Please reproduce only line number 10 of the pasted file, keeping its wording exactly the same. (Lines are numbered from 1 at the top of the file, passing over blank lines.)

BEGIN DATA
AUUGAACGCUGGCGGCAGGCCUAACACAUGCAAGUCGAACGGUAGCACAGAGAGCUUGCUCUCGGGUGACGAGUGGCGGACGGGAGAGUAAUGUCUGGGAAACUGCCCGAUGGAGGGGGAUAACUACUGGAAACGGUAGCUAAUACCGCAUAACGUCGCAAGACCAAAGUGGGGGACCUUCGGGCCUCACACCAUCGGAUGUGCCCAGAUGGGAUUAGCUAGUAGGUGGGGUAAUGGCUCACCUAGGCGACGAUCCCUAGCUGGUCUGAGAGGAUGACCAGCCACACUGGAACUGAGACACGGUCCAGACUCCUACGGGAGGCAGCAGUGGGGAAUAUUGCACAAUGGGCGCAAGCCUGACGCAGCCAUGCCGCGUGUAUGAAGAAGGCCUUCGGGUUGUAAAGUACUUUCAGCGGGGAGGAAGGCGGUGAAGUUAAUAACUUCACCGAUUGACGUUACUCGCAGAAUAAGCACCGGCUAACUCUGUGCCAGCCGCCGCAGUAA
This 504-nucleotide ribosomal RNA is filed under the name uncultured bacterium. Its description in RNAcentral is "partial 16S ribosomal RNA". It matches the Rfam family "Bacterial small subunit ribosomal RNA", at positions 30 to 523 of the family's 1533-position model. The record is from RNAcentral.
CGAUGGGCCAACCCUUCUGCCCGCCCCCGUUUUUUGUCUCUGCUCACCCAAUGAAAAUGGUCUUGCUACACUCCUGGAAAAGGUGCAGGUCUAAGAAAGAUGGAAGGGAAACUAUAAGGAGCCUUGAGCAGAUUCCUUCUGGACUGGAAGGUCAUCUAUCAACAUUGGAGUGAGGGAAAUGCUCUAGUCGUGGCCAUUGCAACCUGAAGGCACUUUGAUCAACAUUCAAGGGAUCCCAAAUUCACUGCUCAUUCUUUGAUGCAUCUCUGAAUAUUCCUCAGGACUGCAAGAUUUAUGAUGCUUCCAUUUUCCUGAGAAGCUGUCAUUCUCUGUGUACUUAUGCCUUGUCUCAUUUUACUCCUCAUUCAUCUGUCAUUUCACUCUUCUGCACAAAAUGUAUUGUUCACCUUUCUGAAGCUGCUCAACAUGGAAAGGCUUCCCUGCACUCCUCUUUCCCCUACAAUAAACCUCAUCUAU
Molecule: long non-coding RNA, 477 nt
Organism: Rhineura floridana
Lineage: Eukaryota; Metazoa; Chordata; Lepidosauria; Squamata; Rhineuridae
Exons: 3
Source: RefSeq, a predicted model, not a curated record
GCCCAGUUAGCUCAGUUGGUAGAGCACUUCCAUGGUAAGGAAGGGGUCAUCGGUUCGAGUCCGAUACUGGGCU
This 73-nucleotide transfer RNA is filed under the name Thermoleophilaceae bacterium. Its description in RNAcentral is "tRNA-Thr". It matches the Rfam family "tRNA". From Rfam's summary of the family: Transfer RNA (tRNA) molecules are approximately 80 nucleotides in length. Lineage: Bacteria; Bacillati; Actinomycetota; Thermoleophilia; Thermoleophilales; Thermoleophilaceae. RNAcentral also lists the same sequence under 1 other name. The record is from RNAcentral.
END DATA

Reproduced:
This 73-nucleotide transfer RNA is filed under the name Thermoleophilaceae bacterium. Its description in RNAcentral is "tRNA-Thr". It matches the Rfam family "tRNA". From Rfam's summary of the family: Transfer RNA (tRNA) molecules are approximately 80 nucleotides in length. Lineage: Bacteria; Bacillati; Actinomycetota; Thermoleophilia; Thermoleophilales; Thermoleophilaceae. RNAcentral also lists the same sequence under 1 other name. The record is from RNAcentral.